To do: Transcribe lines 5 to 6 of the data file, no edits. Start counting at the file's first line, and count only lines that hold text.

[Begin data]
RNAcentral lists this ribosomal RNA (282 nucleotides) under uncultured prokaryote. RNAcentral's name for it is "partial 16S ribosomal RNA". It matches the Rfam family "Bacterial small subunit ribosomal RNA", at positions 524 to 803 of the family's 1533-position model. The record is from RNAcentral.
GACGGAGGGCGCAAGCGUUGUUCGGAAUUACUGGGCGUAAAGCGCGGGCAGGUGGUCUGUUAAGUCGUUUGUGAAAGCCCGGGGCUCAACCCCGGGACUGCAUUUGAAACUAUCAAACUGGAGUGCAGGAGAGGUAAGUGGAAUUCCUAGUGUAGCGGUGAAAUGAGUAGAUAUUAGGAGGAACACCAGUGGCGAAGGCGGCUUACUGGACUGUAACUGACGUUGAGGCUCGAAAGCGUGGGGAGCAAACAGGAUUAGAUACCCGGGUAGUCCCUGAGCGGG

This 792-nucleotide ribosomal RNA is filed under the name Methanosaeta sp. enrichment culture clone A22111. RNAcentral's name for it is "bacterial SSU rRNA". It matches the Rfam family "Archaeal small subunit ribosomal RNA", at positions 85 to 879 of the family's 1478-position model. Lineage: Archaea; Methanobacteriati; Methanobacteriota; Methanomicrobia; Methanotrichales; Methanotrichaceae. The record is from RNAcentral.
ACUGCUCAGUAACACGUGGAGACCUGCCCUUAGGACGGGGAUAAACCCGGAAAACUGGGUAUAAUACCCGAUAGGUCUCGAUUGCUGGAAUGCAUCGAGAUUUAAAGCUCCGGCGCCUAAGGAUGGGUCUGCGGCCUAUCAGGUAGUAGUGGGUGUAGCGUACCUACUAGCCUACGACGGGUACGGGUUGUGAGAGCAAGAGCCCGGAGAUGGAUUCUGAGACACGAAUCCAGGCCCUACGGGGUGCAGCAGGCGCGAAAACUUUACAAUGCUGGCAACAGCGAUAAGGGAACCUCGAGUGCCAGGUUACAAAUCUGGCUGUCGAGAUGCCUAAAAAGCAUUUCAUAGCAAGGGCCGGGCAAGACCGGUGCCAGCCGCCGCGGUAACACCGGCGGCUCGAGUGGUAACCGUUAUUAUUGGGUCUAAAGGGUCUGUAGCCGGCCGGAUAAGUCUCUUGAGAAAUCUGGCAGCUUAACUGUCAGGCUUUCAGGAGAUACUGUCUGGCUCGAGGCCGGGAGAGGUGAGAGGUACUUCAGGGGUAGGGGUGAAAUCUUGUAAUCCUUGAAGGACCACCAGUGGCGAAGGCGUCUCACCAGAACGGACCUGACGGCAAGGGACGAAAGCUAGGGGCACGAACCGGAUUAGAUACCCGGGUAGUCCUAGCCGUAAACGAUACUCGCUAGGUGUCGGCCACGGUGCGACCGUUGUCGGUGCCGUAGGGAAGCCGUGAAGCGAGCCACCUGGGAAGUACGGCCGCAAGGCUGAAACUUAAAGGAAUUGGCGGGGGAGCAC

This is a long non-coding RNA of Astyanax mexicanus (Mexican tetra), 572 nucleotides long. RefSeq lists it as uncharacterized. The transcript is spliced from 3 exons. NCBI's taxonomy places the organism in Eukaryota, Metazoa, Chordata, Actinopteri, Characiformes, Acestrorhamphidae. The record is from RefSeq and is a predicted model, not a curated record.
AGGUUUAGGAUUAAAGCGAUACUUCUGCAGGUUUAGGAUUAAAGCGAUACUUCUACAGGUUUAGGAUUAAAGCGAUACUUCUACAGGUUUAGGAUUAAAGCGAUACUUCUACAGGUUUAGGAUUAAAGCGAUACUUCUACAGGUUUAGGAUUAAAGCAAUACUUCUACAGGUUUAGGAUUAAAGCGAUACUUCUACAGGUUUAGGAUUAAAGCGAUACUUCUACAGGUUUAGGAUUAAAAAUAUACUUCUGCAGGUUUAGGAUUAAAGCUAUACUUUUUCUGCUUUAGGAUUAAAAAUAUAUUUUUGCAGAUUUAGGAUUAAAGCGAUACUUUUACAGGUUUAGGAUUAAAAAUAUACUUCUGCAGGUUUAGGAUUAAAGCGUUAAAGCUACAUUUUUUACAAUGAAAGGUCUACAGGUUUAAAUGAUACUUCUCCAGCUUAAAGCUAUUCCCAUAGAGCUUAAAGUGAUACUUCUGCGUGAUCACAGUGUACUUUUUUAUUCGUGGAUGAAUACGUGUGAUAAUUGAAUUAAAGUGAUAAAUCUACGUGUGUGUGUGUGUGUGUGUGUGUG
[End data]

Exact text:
This is a long non-coding RNA of Astyanax mexicanus (Mexican tetra), 572 nucleotides long. RefSeq lists it as uncharacterized. The transcript is spliced from 3 exons. NCBI's taxonomy places the organism in Eukaryota, Metazoa, Chordata, Actinopteri, Characiformes, Acestrorhamphidae. The record is from RefSeq and is a predicted model, not a curated record.
AGGUUUAGGAUUAAAGCGAUACUUCUGCAGGUUUAGGAUUAAAGCGAUACUUCUACAGGUUUAGGAUUAAAGCGAUACUUCUACAGGUUUAGGAUUAAAGCGAUACUUCUACAGGUUUAGGAUUAAAGCGAUACUUCUACAGGUUUAGGAUUAAAGCAAUACUUCUACAGGUUUAGGAUUAAAGCGAUACUUCUACAGGUUUAGGAUUAAAGCGAUACUUCUACAGGUUUAGGAUUAAAAAUAUACUUCUGCAGGUUUAGGAUUAAAGCUAUACUUUUUCUGCUUUAGGAUUAAAAAUAUAUUUUUGCAGAUUUAGGAUUAAAGCGAUACUUUUACAGGUUUAGGAUUAAAAAUAUACUUCUGCAGGUUUAGGAUUAAAGCGUUAAAGCUACAUUUUUUACAAUGAAAGGUCUACAGGUUUAAAUGAUACUUCUCCAGCUUAAAGCUAUUCCCAUAGAGCUUAAAGUGAUACUUCUGCGUGAUCACAGUGUACUUUUUUAUUCGUGGAUGAAUACGUGUGAUAAUUGAAUUAAAGUGAUAAAUCUACGUGUGUGUGUGUGUGUGUGUGUGUG